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Flubber

(Les Mayfield, USA, 1997)


 


There is a woolly high-concept at the core of this old-fashioned confection for kids.

Flubber stands for flexible rubber, a green substance cooked up by an absent-minded scientist (Robin Williams). Sometimes this goop sits in a jar and is spread on hands, shoes, footballs or any other surface that requires a little extra bounce.

But, at other times, this flubber stuff seems to take on a life of its own. It plays cheeky games, mimics its master, or multiplies itself in order to perform a Busby Berkeley dance routine. Afterwards, it’s just goop again.

So is flubber an inert substance or – as they would ask on Star Trek – a sentient being?

This mildly diverting but entirely forgettable entertainment is simply not interested in answering the question. Mainly, the green slime provides a handy way for cars and basketball players to fly. This provides a few spectacular laughs, but the joke is soon done to death.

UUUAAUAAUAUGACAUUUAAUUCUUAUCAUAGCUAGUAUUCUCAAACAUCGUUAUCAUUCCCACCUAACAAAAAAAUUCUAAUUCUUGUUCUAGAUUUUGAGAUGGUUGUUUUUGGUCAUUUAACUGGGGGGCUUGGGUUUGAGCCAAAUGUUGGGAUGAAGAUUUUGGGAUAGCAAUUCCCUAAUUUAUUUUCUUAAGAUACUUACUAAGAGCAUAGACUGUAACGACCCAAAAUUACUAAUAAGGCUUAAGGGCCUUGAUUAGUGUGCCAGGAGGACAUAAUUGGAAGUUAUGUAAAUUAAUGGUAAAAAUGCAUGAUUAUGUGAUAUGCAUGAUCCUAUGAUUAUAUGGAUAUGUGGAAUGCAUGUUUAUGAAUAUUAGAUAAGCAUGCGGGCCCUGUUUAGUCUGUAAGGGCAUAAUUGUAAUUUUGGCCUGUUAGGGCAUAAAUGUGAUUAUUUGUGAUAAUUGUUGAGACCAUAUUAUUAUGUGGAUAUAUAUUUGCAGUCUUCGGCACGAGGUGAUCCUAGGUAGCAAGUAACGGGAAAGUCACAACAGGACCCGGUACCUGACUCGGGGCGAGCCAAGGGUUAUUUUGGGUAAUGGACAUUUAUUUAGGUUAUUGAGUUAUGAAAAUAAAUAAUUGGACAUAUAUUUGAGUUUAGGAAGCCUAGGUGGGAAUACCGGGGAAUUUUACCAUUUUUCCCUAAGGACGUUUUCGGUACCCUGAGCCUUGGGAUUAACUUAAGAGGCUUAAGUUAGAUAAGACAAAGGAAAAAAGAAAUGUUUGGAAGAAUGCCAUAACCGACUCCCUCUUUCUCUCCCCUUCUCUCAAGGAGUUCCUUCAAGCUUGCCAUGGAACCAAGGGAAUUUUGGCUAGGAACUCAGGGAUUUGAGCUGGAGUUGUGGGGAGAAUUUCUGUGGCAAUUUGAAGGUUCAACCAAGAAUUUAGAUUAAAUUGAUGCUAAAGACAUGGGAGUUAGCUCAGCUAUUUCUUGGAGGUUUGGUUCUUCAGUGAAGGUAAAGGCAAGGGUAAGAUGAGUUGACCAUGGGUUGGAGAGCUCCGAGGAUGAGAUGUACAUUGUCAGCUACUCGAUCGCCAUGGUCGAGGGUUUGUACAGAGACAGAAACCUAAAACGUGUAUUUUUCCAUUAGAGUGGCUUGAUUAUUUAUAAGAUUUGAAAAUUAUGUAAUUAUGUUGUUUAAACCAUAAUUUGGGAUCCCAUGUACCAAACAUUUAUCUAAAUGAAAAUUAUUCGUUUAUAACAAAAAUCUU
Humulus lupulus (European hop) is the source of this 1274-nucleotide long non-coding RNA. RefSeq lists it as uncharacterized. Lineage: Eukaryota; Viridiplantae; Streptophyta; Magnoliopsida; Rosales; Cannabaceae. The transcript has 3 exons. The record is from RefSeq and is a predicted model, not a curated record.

Apart from the flubber, the film boasts Williams delivering his usual, tiresome ham antics; a hyperactive Latin-flavoured score by Danny Elfman; and yet another round of Three Stooges-type violent pratfalls visited upon the dumb crooks of the piece, reprised from writer-producer John Hughes’s Home Alone movies.

© Adrian Martin December 1997


Film Critic: Adrian Martin
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